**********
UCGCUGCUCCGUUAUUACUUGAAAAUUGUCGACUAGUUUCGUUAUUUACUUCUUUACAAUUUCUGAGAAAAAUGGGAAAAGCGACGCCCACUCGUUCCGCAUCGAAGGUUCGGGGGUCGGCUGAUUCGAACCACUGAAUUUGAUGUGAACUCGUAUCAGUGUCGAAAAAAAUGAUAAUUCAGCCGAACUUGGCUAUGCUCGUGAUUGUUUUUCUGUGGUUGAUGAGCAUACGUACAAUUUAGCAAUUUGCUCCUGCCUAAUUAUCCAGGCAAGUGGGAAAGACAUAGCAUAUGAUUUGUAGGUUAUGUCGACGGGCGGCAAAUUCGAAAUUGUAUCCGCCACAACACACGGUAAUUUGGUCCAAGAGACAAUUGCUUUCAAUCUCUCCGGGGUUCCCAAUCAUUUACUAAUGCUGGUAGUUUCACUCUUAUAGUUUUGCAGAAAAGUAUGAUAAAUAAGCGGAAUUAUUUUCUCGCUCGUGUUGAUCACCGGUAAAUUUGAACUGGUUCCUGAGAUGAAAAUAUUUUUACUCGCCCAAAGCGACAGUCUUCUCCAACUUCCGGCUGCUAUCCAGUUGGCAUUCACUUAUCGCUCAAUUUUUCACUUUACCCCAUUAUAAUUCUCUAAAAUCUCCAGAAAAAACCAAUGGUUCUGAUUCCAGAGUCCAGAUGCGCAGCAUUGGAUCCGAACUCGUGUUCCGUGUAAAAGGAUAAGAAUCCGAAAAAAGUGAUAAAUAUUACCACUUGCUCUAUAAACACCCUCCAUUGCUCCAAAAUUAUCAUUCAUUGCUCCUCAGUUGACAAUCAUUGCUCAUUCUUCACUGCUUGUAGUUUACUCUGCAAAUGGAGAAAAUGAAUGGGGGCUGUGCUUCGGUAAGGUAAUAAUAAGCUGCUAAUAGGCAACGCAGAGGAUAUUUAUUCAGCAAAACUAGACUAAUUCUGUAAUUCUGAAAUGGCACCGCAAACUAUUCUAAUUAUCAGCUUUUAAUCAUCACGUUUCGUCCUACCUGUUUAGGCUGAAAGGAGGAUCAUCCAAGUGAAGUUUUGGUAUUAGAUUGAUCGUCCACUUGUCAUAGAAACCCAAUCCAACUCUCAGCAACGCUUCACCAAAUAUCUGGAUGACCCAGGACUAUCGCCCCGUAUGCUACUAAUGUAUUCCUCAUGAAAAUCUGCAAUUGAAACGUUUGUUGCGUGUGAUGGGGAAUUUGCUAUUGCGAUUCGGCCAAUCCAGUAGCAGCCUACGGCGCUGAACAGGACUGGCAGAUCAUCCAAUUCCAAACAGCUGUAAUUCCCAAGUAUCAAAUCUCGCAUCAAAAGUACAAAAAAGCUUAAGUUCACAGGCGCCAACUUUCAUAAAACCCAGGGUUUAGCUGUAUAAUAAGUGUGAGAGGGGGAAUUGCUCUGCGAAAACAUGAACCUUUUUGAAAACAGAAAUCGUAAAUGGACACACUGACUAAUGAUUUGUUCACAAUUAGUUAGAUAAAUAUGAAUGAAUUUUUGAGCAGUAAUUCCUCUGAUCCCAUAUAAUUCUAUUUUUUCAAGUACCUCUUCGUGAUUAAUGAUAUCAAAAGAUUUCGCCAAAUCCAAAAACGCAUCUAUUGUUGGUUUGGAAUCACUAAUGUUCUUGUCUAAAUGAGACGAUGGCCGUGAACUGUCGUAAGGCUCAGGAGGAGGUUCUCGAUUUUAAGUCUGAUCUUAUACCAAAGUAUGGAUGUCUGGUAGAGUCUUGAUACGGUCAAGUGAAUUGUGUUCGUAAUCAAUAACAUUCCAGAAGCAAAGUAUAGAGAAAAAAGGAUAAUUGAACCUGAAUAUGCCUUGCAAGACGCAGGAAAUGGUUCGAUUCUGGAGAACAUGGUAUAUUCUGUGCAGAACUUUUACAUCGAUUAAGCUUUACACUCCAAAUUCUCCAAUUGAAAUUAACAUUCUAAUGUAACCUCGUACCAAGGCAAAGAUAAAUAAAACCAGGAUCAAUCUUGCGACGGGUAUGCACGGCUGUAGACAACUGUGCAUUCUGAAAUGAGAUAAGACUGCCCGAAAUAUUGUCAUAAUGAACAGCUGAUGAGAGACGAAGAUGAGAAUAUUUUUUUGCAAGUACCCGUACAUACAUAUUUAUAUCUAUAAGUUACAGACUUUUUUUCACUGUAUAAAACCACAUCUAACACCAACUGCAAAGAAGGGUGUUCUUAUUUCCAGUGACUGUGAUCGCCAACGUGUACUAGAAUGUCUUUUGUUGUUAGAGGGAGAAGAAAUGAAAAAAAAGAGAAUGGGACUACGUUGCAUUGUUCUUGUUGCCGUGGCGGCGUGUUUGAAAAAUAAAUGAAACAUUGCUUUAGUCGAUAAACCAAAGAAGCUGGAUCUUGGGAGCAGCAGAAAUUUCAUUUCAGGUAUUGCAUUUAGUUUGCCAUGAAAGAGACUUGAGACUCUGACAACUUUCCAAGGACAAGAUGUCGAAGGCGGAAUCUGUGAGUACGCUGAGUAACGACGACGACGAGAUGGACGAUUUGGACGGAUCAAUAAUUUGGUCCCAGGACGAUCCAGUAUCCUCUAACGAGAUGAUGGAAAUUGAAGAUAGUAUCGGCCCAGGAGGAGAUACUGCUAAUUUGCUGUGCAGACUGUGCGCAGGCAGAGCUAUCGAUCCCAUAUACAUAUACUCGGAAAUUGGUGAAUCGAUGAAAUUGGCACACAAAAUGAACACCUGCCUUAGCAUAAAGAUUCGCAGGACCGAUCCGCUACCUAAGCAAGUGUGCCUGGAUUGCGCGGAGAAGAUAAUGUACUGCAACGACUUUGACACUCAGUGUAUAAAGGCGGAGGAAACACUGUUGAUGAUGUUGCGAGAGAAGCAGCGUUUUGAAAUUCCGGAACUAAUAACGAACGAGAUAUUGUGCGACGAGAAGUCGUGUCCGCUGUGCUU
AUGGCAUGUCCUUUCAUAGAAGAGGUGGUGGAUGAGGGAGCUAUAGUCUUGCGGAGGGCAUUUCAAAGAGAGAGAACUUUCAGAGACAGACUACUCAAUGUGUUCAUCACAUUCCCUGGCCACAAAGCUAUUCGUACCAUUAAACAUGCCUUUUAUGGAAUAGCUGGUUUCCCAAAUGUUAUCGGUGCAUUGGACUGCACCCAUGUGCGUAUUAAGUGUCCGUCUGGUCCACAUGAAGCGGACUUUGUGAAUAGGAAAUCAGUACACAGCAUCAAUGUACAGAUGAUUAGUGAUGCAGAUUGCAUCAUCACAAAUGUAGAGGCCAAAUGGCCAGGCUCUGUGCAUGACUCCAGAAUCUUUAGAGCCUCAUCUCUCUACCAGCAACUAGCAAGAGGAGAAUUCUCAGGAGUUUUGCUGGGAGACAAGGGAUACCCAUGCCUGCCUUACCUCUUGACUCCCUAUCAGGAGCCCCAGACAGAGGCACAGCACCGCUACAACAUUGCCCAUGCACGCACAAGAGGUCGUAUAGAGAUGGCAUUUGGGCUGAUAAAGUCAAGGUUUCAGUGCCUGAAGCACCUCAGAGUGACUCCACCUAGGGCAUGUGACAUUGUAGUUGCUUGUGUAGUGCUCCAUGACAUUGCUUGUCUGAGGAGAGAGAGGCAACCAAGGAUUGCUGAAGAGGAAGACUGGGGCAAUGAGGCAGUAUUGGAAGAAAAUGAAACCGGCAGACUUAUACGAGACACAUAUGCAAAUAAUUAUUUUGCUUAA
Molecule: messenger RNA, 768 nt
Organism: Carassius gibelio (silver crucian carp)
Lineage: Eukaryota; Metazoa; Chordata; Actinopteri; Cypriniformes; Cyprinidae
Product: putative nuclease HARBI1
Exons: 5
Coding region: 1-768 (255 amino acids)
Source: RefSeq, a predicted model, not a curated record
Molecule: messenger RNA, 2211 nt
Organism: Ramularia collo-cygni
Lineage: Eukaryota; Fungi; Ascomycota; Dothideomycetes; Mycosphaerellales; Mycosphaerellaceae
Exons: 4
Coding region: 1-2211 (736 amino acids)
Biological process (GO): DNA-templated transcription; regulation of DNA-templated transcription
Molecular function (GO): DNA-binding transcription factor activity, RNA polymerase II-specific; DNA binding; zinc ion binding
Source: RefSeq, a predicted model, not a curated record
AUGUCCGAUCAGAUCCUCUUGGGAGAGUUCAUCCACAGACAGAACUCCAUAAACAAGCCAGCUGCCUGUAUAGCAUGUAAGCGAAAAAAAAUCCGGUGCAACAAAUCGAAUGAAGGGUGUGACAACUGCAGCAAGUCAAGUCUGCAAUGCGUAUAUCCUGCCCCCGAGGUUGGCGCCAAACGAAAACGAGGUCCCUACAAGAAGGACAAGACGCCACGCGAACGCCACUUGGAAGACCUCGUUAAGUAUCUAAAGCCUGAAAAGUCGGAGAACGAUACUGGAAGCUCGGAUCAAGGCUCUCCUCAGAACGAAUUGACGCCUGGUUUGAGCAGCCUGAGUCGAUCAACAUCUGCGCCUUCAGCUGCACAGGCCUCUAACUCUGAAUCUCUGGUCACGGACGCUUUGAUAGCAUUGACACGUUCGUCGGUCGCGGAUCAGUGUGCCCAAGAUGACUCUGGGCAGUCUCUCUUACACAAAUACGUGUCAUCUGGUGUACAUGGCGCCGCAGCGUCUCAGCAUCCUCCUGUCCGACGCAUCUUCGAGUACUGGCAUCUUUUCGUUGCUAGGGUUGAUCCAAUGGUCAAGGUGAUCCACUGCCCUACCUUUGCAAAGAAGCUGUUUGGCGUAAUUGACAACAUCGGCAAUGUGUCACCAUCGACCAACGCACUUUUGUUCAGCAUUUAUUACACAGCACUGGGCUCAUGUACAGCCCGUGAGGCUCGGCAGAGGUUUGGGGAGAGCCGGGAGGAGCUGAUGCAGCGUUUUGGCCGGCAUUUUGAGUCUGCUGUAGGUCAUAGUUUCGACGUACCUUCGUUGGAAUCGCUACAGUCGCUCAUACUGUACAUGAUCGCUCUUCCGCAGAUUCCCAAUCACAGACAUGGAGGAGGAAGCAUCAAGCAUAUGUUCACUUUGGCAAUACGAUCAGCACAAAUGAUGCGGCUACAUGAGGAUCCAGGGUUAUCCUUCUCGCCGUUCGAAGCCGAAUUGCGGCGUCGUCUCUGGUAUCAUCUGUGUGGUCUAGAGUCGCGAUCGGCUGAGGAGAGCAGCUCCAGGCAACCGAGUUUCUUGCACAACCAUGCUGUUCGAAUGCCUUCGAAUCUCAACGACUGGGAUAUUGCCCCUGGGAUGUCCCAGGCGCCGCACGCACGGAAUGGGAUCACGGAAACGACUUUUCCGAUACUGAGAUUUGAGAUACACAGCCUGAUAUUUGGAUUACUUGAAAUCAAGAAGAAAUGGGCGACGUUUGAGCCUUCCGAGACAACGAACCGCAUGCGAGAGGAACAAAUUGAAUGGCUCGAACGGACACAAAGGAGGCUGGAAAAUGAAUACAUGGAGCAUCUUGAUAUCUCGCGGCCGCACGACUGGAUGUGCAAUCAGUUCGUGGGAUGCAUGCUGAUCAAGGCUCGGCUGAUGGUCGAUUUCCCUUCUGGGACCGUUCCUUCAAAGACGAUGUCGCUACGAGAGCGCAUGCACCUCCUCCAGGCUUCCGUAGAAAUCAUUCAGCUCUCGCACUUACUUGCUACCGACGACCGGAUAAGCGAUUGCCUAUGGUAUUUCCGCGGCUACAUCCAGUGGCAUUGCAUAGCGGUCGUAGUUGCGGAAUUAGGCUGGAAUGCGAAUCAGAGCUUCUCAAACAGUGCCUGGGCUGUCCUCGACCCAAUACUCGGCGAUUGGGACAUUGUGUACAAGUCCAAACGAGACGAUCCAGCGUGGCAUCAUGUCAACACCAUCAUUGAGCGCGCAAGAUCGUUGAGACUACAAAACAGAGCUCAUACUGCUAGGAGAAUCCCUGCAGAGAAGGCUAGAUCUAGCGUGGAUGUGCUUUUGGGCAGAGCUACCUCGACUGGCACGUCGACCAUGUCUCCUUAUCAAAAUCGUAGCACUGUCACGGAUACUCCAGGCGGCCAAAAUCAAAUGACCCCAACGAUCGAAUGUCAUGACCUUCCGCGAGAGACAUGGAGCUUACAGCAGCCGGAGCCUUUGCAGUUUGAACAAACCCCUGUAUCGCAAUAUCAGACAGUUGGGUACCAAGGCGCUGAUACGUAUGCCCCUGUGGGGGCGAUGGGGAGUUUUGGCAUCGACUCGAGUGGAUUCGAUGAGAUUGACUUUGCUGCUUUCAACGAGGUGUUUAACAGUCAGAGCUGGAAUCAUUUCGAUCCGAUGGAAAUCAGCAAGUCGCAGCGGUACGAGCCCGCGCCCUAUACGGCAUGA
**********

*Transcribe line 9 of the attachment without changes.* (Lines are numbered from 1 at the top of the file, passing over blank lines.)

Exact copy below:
Source: RefSeq, a predicted model, not a curated record